It also lets you know more about the joys of the position and what you might expect if you go down a similar career path.
13. What Do You Like Least About Your Job?
Now, onto the more negative aspects. No job is perfect. It’s not wise to focus exclusively on the positives.
Doing so may give you a skewed view of working in this position or industry. Asking this informational interview question provides balance and helps you decide if this is the right path for you.
14. How Can Someone Prepare Themselves to Take on a Position Like Yours?
This is easily one of the best informational interview questions you can ask. It provides actionable insights and can help you form a plan to get to where you want to be.
Every job is different. Some career paths require years of education. Others need internships and a long climb up the corporate ladder. Whatever the case, preparing yourself for what lies ahead is important.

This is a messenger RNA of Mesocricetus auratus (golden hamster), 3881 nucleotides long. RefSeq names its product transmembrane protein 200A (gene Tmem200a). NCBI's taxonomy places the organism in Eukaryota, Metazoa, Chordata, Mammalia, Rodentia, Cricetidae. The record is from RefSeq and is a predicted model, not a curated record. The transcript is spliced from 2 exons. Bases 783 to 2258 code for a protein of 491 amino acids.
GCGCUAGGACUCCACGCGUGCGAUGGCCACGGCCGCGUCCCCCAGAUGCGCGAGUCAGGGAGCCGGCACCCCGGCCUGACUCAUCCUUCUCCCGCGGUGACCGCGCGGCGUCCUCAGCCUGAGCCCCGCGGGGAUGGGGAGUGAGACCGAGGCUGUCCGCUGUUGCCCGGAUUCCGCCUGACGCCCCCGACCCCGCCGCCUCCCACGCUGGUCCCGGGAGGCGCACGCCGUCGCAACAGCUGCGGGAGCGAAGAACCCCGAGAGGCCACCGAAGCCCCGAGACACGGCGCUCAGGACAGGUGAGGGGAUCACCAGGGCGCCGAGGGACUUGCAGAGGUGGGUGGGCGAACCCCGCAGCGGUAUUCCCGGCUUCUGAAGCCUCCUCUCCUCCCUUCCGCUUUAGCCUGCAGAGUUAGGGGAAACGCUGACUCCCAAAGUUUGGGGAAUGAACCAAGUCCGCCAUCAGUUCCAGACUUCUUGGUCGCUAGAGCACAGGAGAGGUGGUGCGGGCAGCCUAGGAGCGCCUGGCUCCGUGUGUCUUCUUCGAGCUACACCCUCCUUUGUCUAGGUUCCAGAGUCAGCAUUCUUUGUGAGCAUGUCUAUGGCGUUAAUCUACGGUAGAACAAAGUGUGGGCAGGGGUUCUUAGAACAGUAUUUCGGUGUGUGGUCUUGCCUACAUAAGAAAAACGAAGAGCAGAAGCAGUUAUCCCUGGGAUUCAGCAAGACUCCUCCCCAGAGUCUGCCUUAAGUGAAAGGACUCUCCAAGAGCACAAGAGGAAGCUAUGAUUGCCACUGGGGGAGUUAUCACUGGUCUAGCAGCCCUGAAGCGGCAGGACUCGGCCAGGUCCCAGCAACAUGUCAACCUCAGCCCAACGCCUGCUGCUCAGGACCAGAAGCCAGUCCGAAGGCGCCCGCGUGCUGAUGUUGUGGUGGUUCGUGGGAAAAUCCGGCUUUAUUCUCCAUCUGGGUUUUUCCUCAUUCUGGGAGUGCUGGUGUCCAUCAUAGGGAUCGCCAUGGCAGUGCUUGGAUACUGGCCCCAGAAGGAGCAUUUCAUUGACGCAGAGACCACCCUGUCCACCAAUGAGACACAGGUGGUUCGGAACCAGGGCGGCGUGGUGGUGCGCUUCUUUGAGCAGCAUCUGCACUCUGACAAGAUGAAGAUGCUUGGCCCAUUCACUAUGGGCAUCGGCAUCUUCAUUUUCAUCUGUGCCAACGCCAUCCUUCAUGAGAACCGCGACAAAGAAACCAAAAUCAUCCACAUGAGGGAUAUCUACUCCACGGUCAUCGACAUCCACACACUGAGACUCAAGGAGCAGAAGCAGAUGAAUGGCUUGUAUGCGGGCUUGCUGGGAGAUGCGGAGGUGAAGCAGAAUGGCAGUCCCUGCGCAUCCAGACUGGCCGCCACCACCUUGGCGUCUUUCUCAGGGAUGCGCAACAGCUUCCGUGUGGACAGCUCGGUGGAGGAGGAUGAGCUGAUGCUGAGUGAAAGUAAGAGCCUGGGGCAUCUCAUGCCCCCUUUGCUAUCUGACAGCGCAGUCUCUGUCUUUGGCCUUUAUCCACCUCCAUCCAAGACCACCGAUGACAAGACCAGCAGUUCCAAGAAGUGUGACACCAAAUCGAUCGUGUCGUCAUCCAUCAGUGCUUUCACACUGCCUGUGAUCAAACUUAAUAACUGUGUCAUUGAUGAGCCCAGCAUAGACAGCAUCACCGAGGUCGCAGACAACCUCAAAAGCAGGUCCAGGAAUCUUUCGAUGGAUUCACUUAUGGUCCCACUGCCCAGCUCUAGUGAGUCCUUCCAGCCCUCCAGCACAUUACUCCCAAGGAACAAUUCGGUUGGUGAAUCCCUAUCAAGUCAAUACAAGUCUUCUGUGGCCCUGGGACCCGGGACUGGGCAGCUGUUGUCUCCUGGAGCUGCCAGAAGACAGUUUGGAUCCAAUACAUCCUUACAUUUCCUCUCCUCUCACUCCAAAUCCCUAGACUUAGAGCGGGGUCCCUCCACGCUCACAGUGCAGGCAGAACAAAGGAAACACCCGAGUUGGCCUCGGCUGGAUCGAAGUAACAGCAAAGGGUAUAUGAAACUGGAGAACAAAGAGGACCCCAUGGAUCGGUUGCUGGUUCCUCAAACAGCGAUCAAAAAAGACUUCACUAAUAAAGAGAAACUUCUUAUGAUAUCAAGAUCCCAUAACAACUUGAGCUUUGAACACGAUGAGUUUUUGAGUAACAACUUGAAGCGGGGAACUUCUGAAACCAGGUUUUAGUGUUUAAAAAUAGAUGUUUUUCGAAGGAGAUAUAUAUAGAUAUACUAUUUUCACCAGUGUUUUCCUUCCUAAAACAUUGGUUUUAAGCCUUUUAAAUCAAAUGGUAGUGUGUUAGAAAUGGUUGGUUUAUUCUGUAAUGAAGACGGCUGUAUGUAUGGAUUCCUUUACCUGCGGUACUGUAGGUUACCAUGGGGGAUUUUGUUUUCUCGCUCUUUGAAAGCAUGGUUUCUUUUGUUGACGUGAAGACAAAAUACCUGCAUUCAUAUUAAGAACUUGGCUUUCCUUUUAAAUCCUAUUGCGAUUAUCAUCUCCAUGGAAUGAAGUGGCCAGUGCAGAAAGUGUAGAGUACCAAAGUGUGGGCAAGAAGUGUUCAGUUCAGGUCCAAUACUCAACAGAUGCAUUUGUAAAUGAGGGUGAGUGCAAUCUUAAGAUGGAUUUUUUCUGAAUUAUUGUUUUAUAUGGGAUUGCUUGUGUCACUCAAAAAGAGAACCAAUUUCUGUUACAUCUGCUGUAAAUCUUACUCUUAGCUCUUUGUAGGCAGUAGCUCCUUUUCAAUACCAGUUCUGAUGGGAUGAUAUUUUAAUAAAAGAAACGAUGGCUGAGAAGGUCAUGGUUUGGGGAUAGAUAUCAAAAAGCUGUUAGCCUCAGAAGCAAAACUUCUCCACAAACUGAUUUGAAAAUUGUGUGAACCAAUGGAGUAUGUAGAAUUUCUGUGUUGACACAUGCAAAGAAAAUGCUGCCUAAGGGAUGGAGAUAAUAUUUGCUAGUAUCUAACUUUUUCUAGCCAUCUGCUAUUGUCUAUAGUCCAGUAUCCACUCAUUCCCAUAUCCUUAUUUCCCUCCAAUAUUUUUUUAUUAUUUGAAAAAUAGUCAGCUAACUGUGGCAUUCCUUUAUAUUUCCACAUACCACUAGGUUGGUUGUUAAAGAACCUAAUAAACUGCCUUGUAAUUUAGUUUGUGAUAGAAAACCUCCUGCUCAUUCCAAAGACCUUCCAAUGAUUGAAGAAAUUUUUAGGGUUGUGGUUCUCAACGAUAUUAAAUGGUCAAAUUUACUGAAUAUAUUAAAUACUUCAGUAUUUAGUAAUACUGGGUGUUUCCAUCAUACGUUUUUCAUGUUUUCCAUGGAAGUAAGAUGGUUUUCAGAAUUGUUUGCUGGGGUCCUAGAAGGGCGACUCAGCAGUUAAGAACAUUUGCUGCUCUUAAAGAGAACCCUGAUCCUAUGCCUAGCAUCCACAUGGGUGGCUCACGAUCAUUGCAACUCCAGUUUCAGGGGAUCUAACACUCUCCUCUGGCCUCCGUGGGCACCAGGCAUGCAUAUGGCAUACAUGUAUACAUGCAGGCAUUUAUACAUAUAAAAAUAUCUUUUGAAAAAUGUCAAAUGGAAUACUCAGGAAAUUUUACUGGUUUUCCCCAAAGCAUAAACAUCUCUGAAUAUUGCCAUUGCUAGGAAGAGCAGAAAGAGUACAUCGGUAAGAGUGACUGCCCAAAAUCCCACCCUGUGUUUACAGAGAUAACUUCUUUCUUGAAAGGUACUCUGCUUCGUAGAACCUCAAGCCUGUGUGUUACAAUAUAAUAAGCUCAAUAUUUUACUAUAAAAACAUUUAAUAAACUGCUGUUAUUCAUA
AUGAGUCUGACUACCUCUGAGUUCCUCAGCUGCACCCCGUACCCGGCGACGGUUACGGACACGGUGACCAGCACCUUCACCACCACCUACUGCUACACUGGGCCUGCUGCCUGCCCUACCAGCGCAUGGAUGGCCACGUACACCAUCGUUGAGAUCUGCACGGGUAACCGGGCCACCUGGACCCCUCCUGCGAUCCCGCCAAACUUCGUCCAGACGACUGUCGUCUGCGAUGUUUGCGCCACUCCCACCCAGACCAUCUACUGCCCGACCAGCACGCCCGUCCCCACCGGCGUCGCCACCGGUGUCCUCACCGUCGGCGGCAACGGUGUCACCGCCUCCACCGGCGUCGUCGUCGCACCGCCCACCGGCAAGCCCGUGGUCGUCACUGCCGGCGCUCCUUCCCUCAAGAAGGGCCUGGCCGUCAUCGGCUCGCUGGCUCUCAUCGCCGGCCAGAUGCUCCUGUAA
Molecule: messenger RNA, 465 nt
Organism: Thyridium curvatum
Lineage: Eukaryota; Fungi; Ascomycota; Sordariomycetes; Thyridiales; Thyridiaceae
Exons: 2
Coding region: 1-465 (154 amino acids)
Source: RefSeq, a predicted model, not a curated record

With this question, your interviewee can give you honest advice that you can put into action. Learn what it takes to get where they are and apply it to your plans.
15. Is There Anything You Wish You Knew Before Choosing This Career Path?
Most people have those “would have, should have” moments in their careers. While missteps and unexpected surprises don’t always impact the end goal, they can change how you get there.
Asking about what an individual wished they knew can set your expectations and prepare you for aspects of your journey you didn’t think about. Like other good questions to ask in an informational interview, it keeps you grounded in reality and prepares you for whatever comes next.
16. What Skills Do You Rely on the Most?
Here’s your chance to get even more actionable information. You’ll see a long list of skills when you look at job listings. But the position you want could require even more. Not only that, but there’s likely a set of core skills that are more pivotal to success in that role.
Asking about those details makes a big difference. It helps you figure out where you should focus your attention, equipping you with the knowledge you need to create a solid roadmap to get to where you want to be.